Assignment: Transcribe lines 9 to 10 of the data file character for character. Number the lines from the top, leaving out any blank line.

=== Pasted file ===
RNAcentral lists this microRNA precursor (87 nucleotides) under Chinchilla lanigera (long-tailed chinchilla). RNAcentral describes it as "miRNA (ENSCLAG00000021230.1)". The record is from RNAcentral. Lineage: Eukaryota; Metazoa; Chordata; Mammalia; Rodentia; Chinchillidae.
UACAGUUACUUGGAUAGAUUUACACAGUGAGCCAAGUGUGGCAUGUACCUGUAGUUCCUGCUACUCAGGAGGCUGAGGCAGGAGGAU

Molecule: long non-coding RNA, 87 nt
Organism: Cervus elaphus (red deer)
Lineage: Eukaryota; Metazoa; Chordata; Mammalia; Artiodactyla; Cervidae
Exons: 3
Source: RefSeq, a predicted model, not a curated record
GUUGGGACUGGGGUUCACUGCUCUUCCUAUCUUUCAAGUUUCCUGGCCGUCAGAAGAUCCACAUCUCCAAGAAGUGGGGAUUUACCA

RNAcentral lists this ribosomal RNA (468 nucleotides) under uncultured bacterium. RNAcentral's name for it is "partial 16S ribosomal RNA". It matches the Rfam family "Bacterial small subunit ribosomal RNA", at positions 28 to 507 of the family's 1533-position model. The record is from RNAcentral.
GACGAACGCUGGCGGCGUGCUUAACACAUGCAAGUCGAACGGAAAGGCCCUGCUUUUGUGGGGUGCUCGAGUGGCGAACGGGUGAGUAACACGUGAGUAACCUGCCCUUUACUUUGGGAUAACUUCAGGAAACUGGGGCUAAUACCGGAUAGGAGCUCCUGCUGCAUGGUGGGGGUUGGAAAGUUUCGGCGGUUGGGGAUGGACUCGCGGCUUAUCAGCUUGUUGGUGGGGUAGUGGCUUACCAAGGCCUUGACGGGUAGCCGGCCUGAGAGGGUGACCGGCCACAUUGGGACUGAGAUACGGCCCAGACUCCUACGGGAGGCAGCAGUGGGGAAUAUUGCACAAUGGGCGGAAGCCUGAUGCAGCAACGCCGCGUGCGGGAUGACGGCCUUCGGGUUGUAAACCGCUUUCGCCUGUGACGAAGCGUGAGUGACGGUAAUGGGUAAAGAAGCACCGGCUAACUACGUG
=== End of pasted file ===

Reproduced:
RNAcentral lists this ribosomal RNA (468 nucleotides) under uncultured bacterium. RNAcentral's name for it is "partial 16S ribosomal RNA". It matches the Rfam family "Bacterial small subunit ribosomal RNA", at positions 28 to 507 of the family's 1533-position model. The record is from RNAcentral.
GACGAACGCUGGCGGCGUGCUUAACACAUGCAAGUCGAACGGAAAGGCCCUGCUUUUGUGGGGUGCUCGAGUGGCGAACGGGUGAGUAACACGUGAGUAACCUGCCCUUUACUUUGGGAUAACUUCAGGAAACUGGGGCUAAUACCGGAUAGGAGCUCCUGCUGCAUGGUGGGGGUUGGAAAGUUUCGGCGGUUGGGGAUGGACUCGCGGCUUAUCAGCUUGUUGGUGGGGUAGUGGCUUACCAAGGCCUUGACGGGUAGCCGGCCUGAGAGGGUGACCGGCCACAUUGGGACUGAGAUACGGCCCAGACUCCUACGGGAGGCAGCAGUGGGGAAUAUUGCACAAUGGGCGGAAGCCUGAUGCAGCAACGCCGCGUGCGGGAUGACGGCCUUCGGGUUGUAAACCGCUUUCGCCUGUGACGAAGCGUGAGUGACGGUAAUGGGUAAAGAAGCACCGGCUAACUACGUG